This week Israel enters its third year of a war with no name, with nary an ally, and with no objective more glorious than a lull.
It’s been a war plagued by indecision and misdirection. The enemy’s leader is harassed and reviled but not erased. The country is said to be safe for tourism yet the danger is compared to the 1930s. Israel claims impending victory but has surrendered the messianic dreams and borders that thrilled us in 1967.
The government of Israeli Prime Minister Ariel Sharon defended its siege of the Ramallah compound of Palestinian leader Yasir Arafat from intense criticism at home and abroad, saying the goal of the operation was to arrest those involved in terrorist activities who had sought refuge there.
It was an advertising campaign that tugged at the heartstrings, complete with photos of adorable Israeli preschoolers.
The message: These vulnerable children need protection from terrorist attacks.
The campaign worked, attracting thousands of donors and raising nearly $320 million to date for the United Jewish Communities Emergency Israel Campaign. Of that, $20 million was allocated to provide security guards at kindergartens and other schools for which the Israeli budget could not pay.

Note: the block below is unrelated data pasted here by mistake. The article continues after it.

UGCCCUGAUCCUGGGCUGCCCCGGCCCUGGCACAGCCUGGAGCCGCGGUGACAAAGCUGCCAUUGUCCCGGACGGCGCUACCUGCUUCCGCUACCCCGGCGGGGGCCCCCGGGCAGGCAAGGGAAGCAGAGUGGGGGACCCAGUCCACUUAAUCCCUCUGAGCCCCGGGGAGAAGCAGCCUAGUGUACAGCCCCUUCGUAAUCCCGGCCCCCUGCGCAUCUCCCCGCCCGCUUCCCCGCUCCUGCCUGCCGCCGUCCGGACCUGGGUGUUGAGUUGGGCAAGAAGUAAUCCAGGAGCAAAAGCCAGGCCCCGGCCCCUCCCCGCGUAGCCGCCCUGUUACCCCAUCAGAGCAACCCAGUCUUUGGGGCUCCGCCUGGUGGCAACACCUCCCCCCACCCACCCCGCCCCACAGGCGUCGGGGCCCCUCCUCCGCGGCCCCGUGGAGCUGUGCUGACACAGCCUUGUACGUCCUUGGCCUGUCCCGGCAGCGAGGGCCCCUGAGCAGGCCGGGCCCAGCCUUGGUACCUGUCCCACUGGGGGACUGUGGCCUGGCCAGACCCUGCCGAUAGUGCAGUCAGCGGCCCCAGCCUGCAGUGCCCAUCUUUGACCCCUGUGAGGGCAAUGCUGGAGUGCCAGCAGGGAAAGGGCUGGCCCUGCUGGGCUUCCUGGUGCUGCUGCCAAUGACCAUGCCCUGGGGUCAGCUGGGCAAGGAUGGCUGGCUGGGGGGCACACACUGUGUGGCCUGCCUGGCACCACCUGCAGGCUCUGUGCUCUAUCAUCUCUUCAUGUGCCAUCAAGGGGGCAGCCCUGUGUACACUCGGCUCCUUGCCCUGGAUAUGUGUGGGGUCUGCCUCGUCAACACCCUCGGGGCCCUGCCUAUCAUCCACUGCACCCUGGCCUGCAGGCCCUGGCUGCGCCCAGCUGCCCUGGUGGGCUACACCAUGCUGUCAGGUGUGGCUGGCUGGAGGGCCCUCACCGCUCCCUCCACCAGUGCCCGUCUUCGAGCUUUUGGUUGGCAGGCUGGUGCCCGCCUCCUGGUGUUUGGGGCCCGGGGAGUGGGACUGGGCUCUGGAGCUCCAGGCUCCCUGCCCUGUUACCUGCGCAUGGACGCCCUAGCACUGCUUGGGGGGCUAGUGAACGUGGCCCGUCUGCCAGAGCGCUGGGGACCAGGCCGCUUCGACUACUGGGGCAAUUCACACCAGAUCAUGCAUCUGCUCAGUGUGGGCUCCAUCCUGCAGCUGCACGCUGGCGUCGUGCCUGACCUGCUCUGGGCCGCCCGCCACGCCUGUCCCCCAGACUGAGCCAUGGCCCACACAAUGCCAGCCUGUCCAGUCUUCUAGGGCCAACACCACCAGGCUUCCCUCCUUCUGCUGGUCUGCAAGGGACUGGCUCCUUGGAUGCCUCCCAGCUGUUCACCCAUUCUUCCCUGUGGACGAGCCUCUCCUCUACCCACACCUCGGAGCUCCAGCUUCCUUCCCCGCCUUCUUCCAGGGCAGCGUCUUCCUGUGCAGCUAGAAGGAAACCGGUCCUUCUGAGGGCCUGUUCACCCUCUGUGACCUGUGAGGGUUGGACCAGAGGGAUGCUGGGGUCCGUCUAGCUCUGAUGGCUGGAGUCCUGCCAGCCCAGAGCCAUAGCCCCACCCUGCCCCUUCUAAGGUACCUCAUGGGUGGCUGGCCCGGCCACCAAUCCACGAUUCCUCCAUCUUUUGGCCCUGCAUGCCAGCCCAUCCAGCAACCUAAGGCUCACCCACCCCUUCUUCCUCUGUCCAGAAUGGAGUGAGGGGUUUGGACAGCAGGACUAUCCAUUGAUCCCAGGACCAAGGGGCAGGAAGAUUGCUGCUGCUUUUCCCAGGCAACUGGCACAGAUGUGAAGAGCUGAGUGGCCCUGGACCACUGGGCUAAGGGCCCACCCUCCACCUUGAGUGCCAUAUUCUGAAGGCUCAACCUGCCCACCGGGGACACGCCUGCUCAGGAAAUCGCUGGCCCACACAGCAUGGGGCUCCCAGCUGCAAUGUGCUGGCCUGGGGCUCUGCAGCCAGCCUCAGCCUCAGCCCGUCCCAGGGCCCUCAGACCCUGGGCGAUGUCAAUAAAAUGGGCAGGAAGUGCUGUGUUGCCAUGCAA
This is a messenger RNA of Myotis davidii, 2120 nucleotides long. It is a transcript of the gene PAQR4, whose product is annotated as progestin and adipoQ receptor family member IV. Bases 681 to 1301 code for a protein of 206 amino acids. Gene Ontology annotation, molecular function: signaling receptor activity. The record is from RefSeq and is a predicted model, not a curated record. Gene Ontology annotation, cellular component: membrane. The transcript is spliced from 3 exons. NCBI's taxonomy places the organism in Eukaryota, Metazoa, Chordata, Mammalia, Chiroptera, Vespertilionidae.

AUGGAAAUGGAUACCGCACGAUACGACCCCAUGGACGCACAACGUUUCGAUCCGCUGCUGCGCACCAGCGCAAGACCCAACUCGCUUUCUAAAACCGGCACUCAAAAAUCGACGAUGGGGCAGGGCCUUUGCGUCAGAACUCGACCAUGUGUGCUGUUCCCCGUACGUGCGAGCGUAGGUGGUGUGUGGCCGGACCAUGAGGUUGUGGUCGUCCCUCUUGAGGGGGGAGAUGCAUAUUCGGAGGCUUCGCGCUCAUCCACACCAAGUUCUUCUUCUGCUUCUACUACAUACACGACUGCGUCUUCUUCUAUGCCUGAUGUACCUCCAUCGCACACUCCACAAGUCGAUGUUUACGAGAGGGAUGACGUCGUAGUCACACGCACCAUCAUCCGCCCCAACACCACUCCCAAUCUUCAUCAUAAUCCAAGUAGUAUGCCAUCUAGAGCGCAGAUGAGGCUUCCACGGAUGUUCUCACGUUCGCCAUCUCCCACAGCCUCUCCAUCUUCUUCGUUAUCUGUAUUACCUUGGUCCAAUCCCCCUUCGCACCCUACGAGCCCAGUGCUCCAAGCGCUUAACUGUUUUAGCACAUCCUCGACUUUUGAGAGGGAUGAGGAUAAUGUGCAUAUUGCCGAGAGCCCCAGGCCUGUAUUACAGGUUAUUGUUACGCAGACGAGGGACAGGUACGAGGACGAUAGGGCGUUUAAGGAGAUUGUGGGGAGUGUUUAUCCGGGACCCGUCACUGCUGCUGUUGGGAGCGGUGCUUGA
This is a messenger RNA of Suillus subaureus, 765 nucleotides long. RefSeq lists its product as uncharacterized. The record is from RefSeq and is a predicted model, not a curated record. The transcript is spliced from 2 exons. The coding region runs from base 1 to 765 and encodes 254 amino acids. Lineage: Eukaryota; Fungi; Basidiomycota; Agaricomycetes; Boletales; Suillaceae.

Using as an excuse Israel’s aborted 10-day siege of his Ramallah compound, Yasir Arafat this week delayed reforms of the Palestinian Authority demanded by the United States. And bolstered by a rise in his popularity during the siege, the Palestinian leader scuttled plans to appoint a prime minister until after the creation of a Palestinian state.
The Jewish community, here and around the world, equates demographics with survival, so it’s only natural that we obsess over our numbers. But we may be willfully ignoring a plausible solution to our ever-worrisome dwindling Jewish population.
As President George W. Bush pressed for a bipartisan congressional resolution in support of military action against Iraqi leader Saddam Hussein, there was increasing speculation that Syria hopes to delay an attack by creating a confrontation between Lebanon and Israel.
The issue is over water and Lebanonís plans to cut back on the amount of water it will permit to flow south into Israel from the Hasbani River, the leading artery in the region.